Sunday, February 13, 2011

Any Old Business? The Day D. Boon Died

It was December 22, 1985.
A Sunday. I was home for
Christmas and had watched
the Vikings lose to the Philadelphia
Eagles and then I had gone
to the Sterling Twin theater
to watch Rocky IV. I know these
things because everything then
seemed important and so I tried
to keep a journal of that time. In the
funny pages of that morning's paper
Calvin and Hobbes built a snow fort,
and Calvin declared, "Together, a
veritable fist of defiance, we stand
immune to any onslaught!
We are invincible!"

Somewhere else in the world
that day, Paul Wolfowitz celebrated
his 42nd birthday by drinking the blood
of a poor woodcutter's only son.
There was no internet, of course,
no cellphones or iPods. I didn't even
yet own a Walkman. I was bored out
of my mind. I considered myself young
enough, though, that the world might
still be whatever I dreamed it might be.
All the same, the birth of Christ
couldn't happen fast enough that year.

News traveled swiftly, just not as swiftly
as it does now. D. Boon was already dead
by the time I went up to my room to listen to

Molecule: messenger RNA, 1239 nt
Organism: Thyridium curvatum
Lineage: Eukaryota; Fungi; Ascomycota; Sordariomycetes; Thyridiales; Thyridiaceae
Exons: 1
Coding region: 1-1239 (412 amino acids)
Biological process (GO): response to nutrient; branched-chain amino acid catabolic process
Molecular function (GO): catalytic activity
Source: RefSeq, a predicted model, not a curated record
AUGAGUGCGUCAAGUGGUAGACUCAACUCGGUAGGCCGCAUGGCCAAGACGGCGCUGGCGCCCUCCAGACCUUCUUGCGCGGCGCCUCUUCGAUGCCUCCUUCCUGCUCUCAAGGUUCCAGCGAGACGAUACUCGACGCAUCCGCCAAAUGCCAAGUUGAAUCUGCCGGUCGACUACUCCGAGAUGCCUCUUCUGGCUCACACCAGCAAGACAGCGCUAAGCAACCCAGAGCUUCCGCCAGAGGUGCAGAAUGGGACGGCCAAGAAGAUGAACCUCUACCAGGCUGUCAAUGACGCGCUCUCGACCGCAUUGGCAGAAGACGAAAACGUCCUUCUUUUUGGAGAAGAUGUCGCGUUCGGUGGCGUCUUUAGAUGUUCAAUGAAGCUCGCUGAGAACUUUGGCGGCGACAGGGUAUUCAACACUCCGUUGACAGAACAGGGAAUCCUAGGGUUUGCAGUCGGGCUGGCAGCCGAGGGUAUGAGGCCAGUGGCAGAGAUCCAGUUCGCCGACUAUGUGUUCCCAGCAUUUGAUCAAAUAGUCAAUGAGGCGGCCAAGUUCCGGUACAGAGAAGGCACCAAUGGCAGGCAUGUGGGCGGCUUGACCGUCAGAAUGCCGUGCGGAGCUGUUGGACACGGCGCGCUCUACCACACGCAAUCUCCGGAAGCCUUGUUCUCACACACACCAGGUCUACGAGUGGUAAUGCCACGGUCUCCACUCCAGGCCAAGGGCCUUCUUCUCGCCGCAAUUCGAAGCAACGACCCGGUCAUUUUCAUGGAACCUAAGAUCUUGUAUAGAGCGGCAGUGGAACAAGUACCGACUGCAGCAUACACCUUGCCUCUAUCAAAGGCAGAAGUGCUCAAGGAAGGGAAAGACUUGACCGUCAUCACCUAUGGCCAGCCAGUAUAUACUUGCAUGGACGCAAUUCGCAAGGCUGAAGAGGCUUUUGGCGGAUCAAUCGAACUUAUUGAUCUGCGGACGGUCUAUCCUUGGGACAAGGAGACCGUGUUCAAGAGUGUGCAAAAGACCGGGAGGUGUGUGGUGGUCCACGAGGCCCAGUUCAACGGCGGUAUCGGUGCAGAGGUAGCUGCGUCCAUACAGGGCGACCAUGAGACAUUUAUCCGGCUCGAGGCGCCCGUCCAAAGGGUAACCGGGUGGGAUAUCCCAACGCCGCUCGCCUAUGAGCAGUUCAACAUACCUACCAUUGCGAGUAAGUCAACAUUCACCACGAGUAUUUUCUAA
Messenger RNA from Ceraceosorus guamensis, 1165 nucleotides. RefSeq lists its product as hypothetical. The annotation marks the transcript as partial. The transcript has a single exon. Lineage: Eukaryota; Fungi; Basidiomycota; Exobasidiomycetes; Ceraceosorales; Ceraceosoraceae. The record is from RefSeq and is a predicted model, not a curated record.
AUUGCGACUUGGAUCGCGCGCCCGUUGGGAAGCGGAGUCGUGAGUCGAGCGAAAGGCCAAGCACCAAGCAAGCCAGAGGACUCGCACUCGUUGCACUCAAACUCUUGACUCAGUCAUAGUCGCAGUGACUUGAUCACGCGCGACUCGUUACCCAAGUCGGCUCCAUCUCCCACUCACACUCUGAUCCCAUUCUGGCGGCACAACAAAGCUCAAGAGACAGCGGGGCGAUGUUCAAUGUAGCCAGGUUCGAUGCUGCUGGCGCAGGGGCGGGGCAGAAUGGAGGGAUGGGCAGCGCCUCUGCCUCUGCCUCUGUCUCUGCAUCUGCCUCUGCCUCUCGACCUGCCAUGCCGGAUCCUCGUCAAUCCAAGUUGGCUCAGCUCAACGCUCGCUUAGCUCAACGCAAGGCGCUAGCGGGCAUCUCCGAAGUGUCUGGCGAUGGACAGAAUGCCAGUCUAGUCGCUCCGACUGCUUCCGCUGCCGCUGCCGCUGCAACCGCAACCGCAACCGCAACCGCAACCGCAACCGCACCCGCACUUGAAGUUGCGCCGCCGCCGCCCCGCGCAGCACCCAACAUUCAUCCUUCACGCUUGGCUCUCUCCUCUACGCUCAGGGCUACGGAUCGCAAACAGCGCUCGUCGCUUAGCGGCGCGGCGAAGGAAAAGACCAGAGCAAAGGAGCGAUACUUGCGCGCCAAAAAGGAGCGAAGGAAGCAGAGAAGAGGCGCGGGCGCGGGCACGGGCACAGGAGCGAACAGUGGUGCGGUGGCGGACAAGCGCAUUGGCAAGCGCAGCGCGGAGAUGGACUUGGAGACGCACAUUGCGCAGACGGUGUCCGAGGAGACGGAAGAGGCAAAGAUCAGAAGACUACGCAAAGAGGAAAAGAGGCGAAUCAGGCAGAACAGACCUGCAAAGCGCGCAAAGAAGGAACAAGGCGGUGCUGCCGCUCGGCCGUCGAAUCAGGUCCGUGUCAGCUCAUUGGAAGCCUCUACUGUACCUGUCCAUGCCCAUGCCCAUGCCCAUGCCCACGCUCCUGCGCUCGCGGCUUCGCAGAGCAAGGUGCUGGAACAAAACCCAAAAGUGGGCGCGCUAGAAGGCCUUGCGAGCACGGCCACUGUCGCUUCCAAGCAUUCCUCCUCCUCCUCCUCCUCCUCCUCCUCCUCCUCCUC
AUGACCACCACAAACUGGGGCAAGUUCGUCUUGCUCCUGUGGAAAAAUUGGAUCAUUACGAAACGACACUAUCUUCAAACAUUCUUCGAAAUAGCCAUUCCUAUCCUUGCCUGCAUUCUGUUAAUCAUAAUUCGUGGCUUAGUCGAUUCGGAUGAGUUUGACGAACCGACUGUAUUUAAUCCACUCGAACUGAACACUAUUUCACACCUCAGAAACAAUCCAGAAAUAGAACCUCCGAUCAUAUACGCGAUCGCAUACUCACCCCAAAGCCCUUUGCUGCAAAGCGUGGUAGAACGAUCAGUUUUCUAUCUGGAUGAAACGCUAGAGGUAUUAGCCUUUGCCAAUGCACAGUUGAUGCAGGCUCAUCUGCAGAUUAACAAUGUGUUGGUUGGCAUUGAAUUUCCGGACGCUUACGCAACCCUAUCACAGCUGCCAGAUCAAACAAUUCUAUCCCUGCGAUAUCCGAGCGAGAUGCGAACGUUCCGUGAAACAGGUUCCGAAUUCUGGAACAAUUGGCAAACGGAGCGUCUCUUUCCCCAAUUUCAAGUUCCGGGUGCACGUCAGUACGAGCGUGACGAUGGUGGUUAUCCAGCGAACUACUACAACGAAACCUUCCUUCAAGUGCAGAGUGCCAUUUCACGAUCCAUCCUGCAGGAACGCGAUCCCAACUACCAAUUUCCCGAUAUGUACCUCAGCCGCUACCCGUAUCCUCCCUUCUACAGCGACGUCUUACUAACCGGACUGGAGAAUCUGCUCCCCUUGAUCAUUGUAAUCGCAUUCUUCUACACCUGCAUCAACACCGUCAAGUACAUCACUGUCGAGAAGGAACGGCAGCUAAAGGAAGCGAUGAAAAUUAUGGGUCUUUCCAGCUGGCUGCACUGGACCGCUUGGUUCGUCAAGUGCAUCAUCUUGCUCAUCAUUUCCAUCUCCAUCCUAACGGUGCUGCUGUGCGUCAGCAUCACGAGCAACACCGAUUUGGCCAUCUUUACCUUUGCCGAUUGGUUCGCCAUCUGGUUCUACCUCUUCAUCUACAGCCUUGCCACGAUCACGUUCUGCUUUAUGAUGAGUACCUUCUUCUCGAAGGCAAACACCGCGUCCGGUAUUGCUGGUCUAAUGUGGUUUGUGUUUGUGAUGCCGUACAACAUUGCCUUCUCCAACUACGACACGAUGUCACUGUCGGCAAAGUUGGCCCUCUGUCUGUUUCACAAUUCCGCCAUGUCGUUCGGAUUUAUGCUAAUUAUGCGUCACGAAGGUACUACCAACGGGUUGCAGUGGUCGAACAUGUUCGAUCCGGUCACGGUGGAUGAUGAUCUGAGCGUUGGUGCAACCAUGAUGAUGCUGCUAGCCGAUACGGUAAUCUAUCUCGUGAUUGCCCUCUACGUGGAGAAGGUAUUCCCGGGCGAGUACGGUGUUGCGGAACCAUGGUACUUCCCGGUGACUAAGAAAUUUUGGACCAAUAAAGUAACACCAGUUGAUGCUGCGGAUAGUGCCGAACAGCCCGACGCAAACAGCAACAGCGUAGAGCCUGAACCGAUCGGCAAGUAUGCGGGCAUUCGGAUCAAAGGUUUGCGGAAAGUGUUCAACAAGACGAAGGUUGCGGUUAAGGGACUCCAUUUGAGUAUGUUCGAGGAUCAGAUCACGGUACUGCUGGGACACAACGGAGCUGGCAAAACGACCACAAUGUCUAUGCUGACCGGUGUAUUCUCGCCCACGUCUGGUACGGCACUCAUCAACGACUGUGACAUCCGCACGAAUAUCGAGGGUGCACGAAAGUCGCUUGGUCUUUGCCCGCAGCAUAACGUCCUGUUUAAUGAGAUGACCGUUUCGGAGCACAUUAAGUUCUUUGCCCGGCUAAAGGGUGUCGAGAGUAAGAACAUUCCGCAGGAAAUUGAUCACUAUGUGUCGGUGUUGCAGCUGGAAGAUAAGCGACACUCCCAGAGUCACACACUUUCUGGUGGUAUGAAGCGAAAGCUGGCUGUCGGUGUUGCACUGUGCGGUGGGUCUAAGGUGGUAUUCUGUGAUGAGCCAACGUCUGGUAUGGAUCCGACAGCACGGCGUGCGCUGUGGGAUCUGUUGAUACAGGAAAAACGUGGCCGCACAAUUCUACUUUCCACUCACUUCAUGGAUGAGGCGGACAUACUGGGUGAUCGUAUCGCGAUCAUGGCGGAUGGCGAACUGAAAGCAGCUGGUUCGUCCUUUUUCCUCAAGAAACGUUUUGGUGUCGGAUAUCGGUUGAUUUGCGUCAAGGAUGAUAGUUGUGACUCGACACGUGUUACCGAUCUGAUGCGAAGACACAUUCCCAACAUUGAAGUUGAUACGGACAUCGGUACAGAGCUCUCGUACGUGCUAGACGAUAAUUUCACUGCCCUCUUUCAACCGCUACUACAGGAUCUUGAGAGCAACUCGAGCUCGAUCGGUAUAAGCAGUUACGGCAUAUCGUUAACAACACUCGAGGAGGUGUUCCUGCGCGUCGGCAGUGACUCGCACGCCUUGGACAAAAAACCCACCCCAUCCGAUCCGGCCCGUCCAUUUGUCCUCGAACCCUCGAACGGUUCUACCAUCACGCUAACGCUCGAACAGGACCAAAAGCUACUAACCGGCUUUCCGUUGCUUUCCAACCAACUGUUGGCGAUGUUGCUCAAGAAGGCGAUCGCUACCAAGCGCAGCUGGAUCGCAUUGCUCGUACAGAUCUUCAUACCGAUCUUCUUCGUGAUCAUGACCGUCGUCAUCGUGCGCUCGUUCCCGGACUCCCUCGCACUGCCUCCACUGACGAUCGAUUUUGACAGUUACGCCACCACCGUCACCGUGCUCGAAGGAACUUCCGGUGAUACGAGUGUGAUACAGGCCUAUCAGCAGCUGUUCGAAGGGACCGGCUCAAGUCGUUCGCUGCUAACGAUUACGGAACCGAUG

records that night, but I didn't know that yet.
He was only twenty-seven years old,
and he had been one of the most
alive human beings I had ever seen.

A friend had to walk across town the
next morning to deliver the news.
I remember that I sat on the couch,
stunned and silent, while my friend paced
and ranted. "Do you realize," he said,
"that we could probably go out and knock
on every door in this town and not manage
to turn up a single Minuteman record?
Tell me that's not fucked. Explain to me
how that's not totally fucked."

This was now a long time ago,
and we were still young and fierce
about the things we loved and had
discovered that made us feel almost
comfortable with our difference,
but I nonetheless couldn't tell him.
I couldn't explain to him, and all
these years later I still could not
tell him, still could not explain
how that was not totally fucked.


  1. Thanks for that. I saw the Minutemen only once, about six months before D. Boon's demise. They were the middle act, playing between Chris D. and the Divine Horsemen and the headliner, John Cale. I went to see Chris D., but was completely taken with the Minutemen. Sure their music could be crazy and uneven (There were no outtakes on their albums), but they gelled it was just perfect - animated, engaging and cerebral. I've seen Firehose and Watt many times since and I still love Double Nickels - one of my favorite albums - I don't care if no one else owns it.

    I enjoy your blog. My friend Mark Garry turned me on to it.



  2. Thanks so much, David. Chris D. and the Divine Horsemen! Wow. That's one I'd completely forgotten about --were they before or after the Flesh Eaters? And spot on about Double Nickels; I don't travel without it.

    Mark Garry is a damn fine fellow to have as a friend.

  3. If Mark is one of Mick's many sibs, I am sure he is. Also, Mick is a wonderful journalist.